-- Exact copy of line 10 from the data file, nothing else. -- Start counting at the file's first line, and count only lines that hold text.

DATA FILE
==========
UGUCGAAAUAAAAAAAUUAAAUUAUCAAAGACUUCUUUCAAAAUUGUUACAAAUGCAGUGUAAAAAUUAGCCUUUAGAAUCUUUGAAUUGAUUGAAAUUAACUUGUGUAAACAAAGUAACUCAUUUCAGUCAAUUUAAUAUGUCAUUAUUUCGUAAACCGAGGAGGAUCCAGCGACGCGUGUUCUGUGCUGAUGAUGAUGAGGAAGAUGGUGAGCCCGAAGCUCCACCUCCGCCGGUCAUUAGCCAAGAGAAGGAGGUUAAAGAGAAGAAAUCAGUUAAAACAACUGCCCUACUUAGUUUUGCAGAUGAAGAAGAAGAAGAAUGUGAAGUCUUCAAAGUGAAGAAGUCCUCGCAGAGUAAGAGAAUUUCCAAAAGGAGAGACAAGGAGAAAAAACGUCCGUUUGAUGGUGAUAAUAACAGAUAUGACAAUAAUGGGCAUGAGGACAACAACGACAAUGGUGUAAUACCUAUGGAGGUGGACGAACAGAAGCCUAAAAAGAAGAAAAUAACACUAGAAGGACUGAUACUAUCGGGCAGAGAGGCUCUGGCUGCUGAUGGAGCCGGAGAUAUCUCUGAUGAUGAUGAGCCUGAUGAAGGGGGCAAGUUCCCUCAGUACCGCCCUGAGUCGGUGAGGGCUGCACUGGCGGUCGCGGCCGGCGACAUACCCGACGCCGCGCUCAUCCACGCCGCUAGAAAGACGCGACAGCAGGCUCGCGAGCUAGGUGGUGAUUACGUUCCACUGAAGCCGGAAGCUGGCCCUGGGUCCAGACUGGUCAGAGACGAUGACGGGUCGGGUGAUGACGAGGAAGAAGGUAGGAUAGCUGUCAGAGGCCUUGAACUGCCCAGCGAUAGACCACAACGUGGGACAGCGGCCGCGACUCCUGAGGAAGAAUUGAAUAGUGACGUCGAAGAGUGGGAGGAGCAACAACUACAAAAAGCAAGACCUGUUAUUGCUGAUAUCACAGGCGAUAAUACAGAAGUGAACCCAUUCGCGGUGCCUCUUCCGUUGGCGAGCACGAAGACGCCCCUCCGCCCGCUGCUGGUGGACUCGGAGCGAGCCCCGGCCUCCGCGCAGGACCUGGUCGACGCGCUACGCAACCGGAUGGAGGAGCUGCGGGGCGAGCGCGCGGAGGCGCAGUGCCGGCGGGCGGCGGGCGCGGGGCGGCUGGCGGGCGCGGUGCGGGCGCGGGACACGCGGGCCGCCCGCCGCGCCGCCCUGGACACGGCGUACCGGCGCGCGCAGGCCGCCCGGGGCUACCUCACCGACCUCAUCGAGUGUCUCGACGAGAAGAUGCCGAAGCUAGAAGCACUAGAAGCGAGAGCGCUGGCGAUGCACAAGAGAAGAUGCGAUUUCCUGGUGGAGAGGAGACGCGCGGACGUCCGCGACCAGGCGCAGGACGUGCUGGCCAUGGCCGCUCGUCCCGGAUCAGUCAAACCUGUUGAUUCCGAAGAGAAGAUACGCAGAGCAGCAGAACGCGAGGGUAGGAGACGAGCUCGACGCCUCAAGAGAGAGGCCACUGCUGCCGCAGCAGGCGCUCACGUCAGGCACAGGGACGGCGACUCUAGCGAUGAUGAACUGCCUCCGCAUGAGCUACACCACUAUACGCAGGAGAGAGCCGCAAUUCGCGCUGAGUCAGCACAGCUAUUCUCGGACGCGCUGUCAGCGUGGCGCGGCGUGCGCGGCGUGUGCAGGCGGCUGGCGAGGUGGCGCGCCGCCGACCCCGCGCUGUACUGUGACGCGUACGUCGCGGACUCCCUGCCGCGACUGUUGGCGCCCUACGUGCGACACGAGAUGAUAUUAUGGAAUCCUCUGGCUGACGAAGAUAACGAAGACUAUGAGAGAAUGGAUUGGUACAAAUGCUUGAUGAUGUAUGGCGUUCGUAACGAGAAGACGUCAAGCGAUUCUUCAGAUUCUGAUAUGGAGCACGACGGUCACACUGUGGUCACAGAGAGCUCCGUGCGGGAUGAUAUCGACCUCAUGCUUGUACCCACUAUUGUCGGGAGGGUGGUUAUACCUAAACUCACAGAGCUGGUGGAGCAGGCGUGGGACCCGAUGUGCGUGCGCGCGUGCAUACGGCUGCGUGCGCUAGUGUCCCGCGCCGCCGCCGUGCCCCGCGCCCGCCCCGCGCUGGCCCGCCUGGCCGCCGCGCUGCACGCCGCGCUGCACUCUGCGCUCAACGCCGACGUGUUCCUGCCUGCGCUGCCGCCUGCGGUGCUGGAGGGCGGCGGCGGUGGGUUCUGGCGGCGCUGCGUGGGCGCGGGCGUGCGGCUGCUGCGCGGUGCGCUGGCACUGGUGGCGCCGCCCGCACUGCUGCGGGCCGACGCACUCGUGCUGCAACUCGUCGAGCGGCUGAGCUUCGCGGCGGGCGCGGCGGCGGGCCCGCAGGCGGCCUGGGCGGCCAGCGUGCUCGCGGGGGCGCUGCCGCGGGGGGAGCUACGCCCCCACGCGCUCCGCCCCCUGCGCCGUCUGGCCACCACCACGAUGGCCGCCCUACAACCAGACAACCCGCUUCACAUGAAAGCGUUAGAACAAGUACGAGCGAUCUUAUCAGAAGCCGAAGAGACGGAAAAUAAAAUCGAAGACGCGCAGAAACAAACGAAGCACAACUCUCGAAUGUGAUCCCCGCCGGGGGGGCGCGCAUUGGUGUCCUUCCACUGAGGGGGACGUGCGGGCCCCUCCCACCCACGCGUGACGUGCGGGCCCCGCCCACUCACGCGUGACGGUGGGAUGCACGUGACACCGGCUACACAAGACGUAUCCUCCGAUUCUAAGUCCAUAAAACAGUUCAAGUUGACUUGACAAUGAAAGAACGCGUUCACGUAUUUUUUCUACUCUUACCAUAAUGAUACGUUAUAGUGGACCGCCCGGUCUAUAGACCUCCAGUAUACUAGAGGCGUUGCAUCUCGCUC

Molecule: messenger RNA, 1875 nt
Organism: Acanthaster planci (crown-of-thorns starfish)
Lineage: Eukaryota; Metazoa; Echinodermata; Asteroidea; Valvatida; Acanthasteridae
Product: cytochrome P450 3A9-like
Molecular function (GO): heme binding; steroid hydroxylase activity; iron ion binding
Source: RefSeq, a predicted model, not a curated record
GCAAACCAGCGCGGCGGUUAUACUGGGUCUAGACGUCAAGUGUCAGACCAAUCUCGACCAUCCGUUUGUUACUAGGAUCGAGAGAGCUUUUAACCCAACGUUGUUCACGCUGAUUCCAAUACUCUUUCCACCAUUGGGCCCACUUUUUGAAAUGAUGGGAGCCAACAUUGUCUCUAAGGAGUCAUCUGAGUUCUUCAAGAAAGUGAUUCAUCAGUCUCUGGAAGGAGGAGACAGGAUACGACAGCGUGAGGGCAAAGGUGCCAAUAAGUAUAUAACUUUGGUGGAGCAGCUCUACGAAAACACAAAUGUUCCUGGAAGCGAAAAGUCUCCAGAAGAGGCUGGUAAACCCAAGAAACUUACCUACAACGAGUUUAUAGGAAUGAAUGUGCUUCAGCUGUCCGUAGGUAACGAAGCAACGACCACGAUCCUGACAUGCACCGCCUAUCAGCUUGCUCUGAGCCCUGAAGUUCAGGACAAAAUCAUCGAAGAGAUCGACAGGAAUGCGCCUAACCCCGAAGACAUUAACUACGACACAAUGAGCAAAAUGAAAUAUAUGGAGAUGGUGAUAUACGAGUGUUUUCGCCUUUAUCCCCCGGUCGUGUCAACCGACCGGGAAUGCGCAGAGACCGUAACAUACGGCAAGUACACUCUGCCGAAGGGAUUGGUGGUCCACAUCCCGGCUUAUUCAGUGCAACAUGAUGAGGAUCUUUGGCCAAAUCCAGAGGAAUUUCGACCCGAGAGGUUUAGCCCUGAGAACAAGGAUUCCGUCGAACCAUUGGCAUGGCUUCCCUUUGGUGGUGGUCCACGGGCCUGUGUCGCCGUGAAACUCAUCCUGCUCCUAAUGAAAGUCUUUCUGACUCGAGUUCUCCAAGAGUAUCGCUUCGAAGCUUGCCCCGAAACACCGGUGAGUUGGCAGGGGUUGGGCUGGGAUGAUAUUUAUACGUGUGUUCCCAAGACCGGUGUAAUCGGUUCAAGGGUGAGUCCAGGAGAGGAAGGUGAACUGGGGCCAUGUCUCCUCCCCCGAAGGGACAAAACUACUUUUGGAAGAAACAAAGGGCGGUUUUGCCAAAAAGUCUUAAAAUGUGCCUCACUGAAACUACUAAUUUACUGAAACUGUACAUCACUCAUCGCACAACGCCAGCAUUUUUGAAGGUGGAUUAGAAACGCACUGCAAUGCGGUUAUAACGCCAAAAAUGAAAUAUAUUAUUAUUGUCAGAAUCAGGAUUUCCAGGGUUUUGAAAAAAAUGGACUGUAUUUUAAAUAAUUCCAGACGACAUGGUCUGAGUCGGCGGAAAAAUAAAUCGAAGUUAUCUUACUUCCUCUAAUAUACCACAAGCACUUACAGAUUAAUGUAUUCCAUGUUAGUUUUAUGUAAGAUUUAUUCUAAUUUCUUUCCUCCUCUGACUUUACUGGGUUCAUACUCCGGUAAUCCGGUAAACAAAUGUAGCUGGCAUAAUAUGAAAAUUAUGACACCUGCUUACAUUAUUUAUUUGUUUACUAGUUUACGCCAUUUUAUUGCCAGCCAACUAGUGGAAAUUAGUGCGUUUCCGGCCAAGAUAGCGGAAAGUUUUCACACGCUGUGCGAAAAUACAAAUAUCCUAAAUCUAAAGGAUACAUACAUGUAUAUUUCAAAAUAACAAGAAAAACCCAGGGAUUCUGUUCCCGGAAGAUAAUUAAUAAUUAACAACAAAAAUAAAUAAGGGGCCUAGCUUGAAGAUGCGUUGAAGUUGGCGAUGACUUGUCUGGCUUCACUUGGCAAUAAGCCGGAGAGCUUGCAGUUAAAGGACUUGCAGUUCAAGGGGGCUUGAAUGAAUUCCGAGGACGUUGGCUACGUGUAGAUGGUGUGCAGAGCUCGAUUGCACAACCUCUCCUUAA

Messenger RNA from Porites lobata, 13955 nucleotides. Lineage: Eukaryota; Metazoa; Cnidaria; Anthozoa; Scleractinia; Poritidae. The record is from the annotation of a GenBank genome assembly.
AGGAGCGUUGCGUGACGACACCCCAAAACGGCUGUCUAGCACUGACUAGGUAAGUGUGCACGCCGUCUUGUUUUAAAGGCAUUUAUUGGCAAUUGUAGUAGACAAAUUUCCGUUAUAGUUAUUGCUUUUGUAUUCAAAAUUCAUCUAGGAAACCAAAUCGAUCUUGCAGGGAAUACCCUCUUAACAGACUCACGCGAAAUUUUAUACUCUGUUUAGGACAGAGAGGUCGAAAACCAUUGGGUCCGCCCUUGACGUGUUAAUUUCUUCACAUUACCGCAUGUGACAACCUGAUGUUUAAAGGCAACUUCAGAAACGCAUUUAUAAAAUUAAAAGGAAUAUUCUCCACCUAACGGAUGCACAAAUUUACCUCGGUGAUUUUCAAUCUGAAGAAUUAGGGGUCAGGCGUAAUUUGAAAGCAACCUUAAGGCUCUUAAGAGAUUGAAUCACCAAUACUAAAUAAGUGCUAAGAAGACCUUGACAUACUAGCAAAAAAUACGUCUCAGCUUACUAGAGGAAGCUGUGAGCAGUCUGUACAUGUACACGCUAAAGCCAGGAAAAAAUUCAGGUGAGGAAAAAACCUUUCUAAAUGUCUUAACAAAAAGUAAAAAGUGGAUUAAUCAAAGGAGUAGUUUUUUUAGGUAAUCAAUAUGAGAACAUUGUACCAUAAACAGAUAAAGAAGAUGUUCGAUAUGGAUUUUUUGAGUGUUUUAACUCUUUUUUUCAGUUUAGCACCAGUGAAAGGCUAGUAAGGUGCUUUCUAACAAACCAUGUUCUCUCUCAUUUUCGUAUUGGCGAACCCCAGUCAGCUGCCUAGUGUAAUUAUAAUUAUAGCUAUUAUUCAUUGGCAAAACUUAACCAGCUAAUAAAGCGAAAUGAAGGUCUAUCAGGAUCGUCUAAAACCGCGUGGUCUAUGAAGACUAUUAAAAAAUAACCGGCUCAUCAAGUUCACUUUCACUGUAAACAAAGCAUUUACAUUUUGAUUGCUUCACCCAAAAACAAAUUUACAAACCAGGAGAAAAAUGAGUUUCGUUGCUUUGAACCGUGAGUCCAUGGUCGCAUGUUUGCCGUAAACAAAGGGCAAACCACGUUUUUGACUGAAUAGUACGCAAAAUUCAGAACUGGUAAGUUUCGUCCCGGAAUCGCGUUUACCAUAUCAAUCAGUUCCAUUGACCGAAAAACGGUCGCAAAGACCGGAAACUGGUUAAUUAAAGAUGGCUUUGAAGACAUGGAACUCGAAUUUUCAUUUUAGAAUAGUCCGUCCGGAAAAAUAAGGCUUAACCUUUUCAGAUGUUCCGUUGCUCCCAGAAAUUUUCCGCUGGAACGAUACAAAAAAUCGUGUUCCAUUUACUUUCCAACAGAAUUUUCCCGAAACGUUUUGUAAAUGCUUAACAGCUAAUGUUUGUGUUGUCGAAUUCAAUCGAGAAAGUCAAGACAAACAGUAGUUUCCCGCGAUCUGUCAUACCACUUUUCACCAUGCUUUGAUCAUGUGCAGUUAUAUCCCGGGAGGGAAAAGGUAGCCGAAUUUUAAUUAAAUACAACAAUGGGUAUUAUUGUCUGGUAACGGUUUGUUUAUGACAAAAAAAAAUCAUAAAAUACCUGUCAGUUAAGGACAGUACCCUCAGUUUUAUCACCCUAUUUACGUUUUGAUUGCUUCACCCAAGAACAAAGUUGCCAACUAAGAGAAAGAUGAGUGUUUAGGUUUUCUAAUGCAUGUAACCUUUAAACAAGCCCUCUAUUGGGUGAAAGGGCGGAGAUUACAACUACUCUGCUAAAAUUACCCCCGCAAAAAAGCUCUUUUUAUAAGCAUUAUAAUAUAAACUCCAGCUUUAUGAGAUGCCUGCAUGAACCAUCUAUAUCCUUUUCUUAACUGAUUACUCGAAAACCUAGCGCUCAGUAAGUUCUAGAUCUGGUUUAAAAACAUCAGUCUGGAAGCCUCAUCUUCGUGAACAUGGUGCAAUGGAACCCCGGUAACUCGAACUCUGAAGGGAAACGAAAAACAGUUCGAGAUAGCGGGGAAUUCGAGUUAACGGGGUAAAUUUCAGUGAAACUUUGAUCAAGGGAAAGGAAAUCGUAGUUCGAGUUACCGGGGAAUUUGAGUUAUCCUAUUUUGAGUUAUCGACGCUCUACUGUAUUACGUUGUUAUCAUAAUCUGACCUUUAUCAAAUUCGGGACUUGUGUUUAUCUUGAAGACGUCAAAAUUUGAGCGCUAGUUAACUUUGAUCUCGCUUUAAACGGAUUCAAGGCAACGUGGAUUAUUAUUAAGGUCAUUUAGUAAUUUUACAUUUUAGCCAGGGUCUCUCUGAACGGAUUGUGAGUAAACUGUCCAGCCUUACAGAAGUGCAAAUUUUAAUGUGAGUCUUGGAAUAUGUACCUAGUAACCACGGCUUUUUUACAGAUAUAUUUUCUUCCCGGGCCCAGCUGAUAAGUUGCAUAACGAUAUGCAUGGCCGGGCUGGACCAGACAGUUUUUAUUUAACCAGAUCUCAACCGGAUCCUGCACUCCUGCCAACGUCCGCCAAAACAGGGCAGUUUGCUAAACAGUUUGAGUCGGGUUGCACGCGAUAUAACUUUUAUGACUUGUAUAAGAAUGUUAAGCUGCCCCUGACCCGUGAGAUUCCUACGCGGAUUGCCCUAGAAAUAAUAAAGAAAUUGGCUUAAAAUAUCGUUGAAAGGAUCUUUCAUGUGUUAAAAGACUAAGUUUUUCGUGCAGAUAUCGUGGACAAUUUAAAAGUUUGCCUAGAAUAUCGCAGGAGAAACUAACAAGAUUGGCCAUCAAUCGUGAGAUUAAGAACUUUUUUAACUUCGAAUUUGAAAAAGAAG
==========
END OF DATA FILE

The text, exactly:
AGGAGCGUUGCGUGACGACACCCCAAAACGGCUGUCUAGCACUGACUAGGUAAGUGUGCACGCCGUCUUGUUUUAAAGGCAUUUAUUGGCAAUUGUAGUAGACAAAUUUCCGUUAUAGUUAUUGCUUUUGUAUUCAAAAUUCAUCUAGGAAACCAAAUCGAUCUUGCAGGGAAUACCCUCUUAACAGACUCACGCGAAAUUUUAUACUCUGUUUAGGACAGAGAGGUCGAAAACCAUUGGGUCCGCCCUUGACGUGUUAAUUUCUUCACAUUACCGCAUGUGACAACCUGAUGUUUAAAGGCAACUUCAGAAACGCAUUUAUAAAAUUAAAAGGAAUAUUCUCCACCUAACGGAUGCACAAAUUUACCUCGGUGAUUUUCAAUCUGAAGAAUUAGGGGUCAGGCGUAAUUUGAAAGCAACCUUAAGGCUCUUAAGAGAUUGAAUCACCAAUACUAAAUAAGUGCUAAGAAGACCUUGACAUACUAGCAAAAAAUACGUCUCAGCUUACUAGAGGAAGCUGUGAGCAGUCUGUACAUGUACACGCUAAAGCCAGGAAAAAAUUCAGGUGAGGAAAAAACCUUUCUAAAUGUCUUAACAAAAAGUAAAAAGUGGAUUAAUCAAAGGAGUAGUUUUUUUAGGUAAUCAAUAUGAGAACAUUGUACCAUAAACAGAUAAAGAAGAUGUUCGAUAUGGAUUUUUUGAGUGUUUUAACUCUUUUUUUCAGUUUAGCACCAGUGAAAGGCUAGUAAGGUGCUUUCUAACAAACCAUGUUCUCUCUCAUUUUCGUAUUGGCGAACCCCAGUCAGCUGCCUAGUGUAAUUAUAAUUAUAGCUAUUAUUCAUUGGCAAAACUUAACCAGCUAAUAAAGCGAAAUGAAGGUCUAUCAGGAUCGUCUAAAACCGCGUGGUCUAUGAAGACUAUUAAAAAAUAACCGGCUCAUCAAGUUCACUUUCACUGUAAACAAAGCAUUUACAUUUUGAUUGCUUCACCCAAAAACAAAUUUACAAACCAGGAGAAAAAUGAGUUUCGUUGCUUUGAACCGUGAGUCCAUGGUCGCAUGUUUGCCGUAAACAAAGGGCAAACCACGUUUUUGACUGAAUAGUACGCAAAAUUCAGAACUGGUAAGUUUCGUCCCGGAAUCGCGUUUACCAUAUCAAUCAGUUCCAUUGACCGAAAAACGGUCGCAAAGACCGGAAACUGGUUAAUUAAAGAUGGCUUUGAAGACAUGGAACUCGAAUUUUCAUUUUAGAAUAGUCCGUCCGGAAAAAUAAGGCUUAACCUUUUCAGAUGUUCCGUUGCUCCCAGAAAUUUUCCGCUGGAACGAUACAAAAAAUCGUGUUCCAUUUACUUUCCAACAGAAUUUUCCCGAAACGUUUUGUAAAUGCUUAACAGCUAAUGUUUGUGUUGUCGAAUUCAAUCGAGAAAGUCAAGACAAACAGUAGUUUCCCGCGAUCUGUCAUACCACUUUUCACCAUGCUUUGAUCAUGUGCAGUUAUAUCCCGGGAGGGAAAAGGUAGCCGAAUUUUAAUUAAAUACAACAAUGGGUAUUAUUGUCUGGUAACGGUUUGUUUAUGACAAAAAAAAAUCAUAAAAUACCUGUCAGUUAAGGACAGUACCCUCAGUUUUAUCACCCUAUUUACGUUUUGAUUGCUUCACCCAAGAACAAAGUUGCCAACUAAGAGAAAGAUGAGUGUUUAGGUUUUCUAAUGCAUGUAACCUUUAAACAAGCCCUCUAUUGGGUGAAAGGGCGGAGAUUACAACUACUCUGCUAAAAUUACCCCCGCAAAAAAGCUCUUUUUAUAAGCAUUAUAAUAUAAACUCCAGCUUUAUGAGAUGCCUGCAUGAACCAUCUAUAUCCUUUUCUUAACUGAUUACUCGAAAACCUAGCGCUCAGUAAGUUCUAGAUCUGGUUUAAAAACAUCAGUCUGGAAGCCUCAUCUUCGUGAACAUGGUGCAAUGGAACCCCGGUAACUCGAACUCUGAAGGGAAACGAAAAACAGUUCGAGAUAGCGGGGAAUUCGAGUUAACGGGGUAAAUUUCAGUGAAACUUUGAUCAAGGGAAAGGAAAUCGUAGUUCGAGUUACCGGGGAAUUUGAGUUAUCCUAUUUUGAGUUAUCGACGCUCUACUGUAUUACGUUGUUAUCAUAAUCUGACCUUUAUCAAAUUCGGGACUUGUGUUUAUCUUGAAGACGUCAAAAUUUGAGCGCUAGUUAACUUUGAUCUCGCUUUAAACGGAUUCAAGGCAACGUGGAUUAUUAUUAAGGUCAUUUAGUAAUUUUACAUUUUAGCCAGGGUCUCUCUGAACGGAUUGUGAGUAAACUGUCCAGCCUUACAGAAGUGCAAAUUUUAAUGUGAGUCUUGGAAUAUGUACCUAGUAACCACGGCUUUUUUACAGAUAUAUUUUCUUCCCGGGCCCAGCUGAUAAGUUGCAUAACGAUAUGCAUGGCCGGGCUGGACCAGACAGUUUUUAUUUAACCAGAUCUCAACCGGAUCCUGCACUCCUGCCAACGUCCGCCAAAACAGGGCAGUUUGCUAAACAGUUUGAGUCGGGUUGCACGCGAUAUAACUUUUAUGACUUGUAUAAGAAUGUUAAGCUGCCCCUGACCCGUGAGAUUCCUACGCGGAUUGCCCUAGAAAUAAUAAAGAAAUUGGCUUAAAAUAUCGUUGAAAGGAUCUUUCAUGUGUUAAAAGACUAAGUUUUUCGUGCAGAUAUCGUGGACAAUUUAAAAGUUUGCCUAGAAUAUCGCAGGAGAAACUAACAAGAUUGGCCAUCAAUCGUGAGAUUAAGAACUUUUUUAACUUCGAAUUUGAAAAAGAAG